Reef Trust Partnership Update | May 2019
Projects gear up for local action

This month we take a look at what’s been happening behind the scenes on some of the projects that have received funding from the partnership between the Australian Government’s Reef Trust and the GBRF_
MangroveWatch filming in Cairns – volunteers wanted

Did you know that mangroves are considered the ‘kidneys’ of the Reef?

The Cairns and Far North Environment Centre is working with citizen scientist Mangrove Watchers to monitor local mangroves as key indicators of environmental impact and the health of the waterways. The group has released this video highlighting mangrove importance.

Volunteers are needed to help film mangrove shorelines to create a geotagged visual record of the habitat condition that can be directly compared over time. This data will also be used to identify hot-spots for on-ground investment in rehabilitation and management.
Grazier pioneers invited to join Reef project

Queensland graziers can sign on for a program that not only improves water quality for the Reef but also improves land condition and builds a more profitable and resilient farming operation.
Reef Water Quality Improvement grant recipient Project Pioneer is calling on graziers from the Johnstone, Herbert, Burdekin, O’Connell, Fitzroy, Burnett and Mary River catchments to join the program run by Resource Consulting Services.

Project Pioneer works with the graziers to promote regenerative grazing operations to increase ground cover in grazing lands and reduce sediment in runoff to the Great Barrier Reef. In addition to the improved water quality entering the waters of the Great Barrier Reef, positive environmental outcomes from the program will include less carbon loss from soils, greater biodiversity on-farm (particularly soil and aquatic life), and increased landscape resilience to the effects of climate change. 
Training the next generation of Reef champions

The team from Lady Musgrave Experience along with the Gidarjil Development Corporation, Bundaberg Regional Council, Great Barrier Reef Marine Park Authority and CoralWatch are looking to uncover and train the next generation of Reef champions for the Bundaberg region.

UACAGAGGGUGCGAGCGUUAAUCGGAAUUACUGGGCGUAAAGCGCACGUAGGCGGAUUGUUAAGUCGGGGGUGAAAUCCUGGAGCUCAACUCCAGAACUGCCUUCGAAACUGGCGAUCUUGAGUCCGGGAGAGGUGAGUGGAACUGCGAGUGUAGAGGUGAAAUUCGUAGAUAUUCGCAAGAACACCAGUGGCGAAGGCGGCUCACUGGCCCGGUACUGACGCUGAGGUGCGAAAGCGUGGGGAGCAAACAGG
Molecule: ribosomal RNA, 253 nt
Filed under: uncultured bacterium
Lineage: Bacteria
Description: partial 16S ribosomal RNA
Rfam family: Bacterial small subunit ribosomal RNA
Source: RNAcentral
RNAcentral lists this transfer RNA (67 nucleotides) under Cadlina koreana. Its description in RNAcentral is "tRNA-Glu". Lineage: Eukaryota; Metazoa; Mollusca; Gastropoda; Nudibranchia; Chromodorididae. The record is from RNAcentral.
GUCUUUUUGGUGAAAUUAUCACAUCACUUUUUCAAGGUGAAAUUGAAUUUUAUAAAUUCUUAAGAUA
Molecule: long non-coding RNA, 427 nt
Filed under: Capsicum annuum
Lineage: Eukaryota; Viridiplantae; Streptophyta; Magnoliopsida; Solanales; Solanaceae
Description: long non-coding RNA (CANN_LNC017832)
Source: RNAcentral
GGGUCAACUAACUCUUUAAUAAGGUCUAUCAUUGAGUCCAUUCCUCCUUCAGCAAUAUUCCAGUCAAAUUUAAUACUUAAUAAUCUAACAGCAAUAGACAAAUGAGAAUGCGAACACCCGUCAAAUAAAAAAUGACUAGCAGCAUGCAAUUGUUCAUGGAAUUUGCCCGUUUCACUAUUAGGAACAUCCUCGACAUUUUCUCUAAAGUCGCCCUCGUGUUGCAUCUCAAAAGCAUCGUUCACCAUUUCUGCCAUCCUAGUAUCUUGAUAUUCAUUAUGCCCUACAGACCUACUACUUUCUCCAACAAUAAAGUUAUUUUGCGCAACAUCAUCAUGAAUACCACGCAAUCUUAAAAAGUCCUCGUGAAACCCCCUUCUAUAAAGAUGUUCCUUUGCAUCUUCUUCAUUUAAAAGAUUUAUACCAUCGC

Anyone can contribute to the management of the Great Barrier Reef Marine Park as a citizen scientist. The project will not only empower the next generation of Reef champions to collect more data through the CoralWatch and Eye on the Reef programs, but also establish a long term, ongoing community conservation and monitoring culture.
Cane Changer program hits the ground running

In its first two months, more than 60 sugarcane growers across Queensland have engaged in project activities and workshops held by Project Cane Changer, a CANEGROWERS initiative funded by the Reef Trust Partnership.
The project works with growers to recognise them for their commitment to protecting the environment and accelerate the adoption of farming practices known to improve water quality running out into the Great Barrier Reef lagoon.

Record-keeping, Smartcane BMP and the role of women in the industry are just a few of the many topics covered in the first two months of project activities.
In the news
Stage 2 Monitoring and Evaluation Plan online

The second stage of the Monitoring and Evaluation Plan for the Reef Trust Partnership has been completed and is available on the GBRF website. The plan documents a framework for measuring and assessing the performance of the Reef Trust Partnership as a whole and through the individual components to demonstrate accountability, ensure key challenges are addressed, continue adapting to changing conditions, and ensure sustained benefits are delivered to the Reef in line with the Reef 2050 Plan.

This joins the other 10 plans outlining the framework, governance and strategic focus of the Reef Trust Partnership.

The final Monitoring and Evaluation Plan, describing in further detail indicators, targets and monitoring strategies at the Partnership and Component levels, will be published in early July.
Traditional Owners co-design Reef plans

 Traditional Owners from Reef catchment areas gathered in Townsville this month to help shape the largest single investment in Traditional Owner Reef protection under the Reef Trust Partnership and to lay the foundations for the ongoing co-design of Reef protection activities. The outcomes from the workshop are informing the work plan for activities in the 2019-2020 year and beyond.
Share the RTP news

Please forward this email to your friends and colleagues who may be interested to follow the RTP progress. They can register for updates here
The Great Barrier Reef Foundation acknowledges both the Turrbul people and the Yugara (Jagera) people and their Elders, past, present and emerging, as the custodians for the land and waters upon which the Brisbane office stands. The Great Barrier Reef Foundation also extends its deepest respect and recognition to all of the Traditional Owners of the Great Barrier Reef as First Nations Peoples holding the hopes, dreams, traditions and cultures of the Reef.